Sorry Coach K, But You Are The NCAA

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Are you ready for some more Sweet 16 action? Well, too bad—it’s time to talk some good, ol’ fashioned amateurism.

On Thursday, coaches and players getting ready for today’s second batch of Sweet 16 games met with the media for their normal round of moderated Q&A sessions. Thanks to what appears to be a single reporter, the question of player compensation came up in several sessions for the teams in the Omaha region—Duke, Kansas, Syracuse, and Clemson. Each time, everyone nodded and said basically the same thing they’ve said all season.


Obviously, the above headline and image gave away where this is going. The question came up in Duke’s session on Thursday, being posed both to senior guard Grayson Allen and Blue Devils head coach Mike Krzyzewski. Here’s Krzyzewski’s full response to whether the current college athletics model—amateurism, now apparently enforced by the FBI—is the right one for college basketball:

It’s not my model that we guys have. We do what the guys tell us to do, okay? So, no, the model needs to be changed, especially in regards to what a kid and his family can do before they come to your institution because the school and the coaches have no control over that.

And I think it starts with that and a different definition of amateurism. And whatever that does, once they get there — kids get a lot right now. In the last three to four years, I’m not sure how much research you’ve done on it, but if you would compare what kids get today as compared to four years ago, it’s a dramatic improvement, dramatic — not small, dramatic.

But, again, I’d like for them to take a look at what happens before you get ‘em to make sure that the kid and his family are afforded the opportunity to max out like anyone else in our country what talent will give you.


“The guys.”


This issue has come up at least once a week since the FBI investigation was announced and everyone started clutching their pearls, so, again, let’s clarify something really quick. When it comes to discussing the rules by which college basketball coaches abide—both on-court stuff, like the number of timeouts allotted, and off-court matters, like deciding whether the players deserve a cut of the billion-dollar pie—too many folks seem to forget that there is no “The NCAA.” There is no, “them,” and there is no “the guys.” Krzyzewski, like every other men’s basketball coach and athletic director in Division I, is the NCAA.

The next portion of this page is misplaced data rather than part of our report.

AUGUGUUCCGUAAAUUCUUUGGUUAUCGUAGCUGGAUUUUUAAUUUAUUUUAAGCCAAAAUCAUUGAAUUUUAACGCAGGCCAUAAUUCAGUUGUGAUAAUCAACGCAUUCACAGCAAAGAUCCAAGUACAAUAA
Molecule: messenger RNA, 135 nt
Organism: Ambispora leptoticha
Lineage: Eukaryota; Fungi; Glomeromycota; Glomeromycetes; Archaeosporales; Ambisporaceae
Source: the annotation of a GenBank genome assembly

The NCAA is a body constituted of committees and councils that decide each year what adjustments need to be made to the game. These committees and councils, all with increasingly boring names, are made up of coaches and athletic directors. This means the group of people who most directly profit from the dirt-cheap athlete labor provided by the NCAA’s system are simultaneously in control of how and whether the league changes, with a “student-athlete rep” sitting on many committees as well. (But not the Infractions or the Infractions Appeals committees, though.)

Krzyzewski is on-record as saying “I will never have a relationship with a committee,” but the fact remains that the NCAA is a massive bureaucracy that’s heavily tilted in the favor of the major college basketball and football programs, because they’re the money-makers. If he chooses not to participate in the boring meetings part of things, fine. But to sit there and pull a Michael Scott and try to slide over to the other side of the table, to gaslight the reporter and everyone who reads the aggregated statements by attempting to convince them that the NCAA is like a central league office or an owner’s group is preposterous. Krzyzewski knows better than anyone how the sausage gets made in college basketball, and he knows exactly who has the power to change that.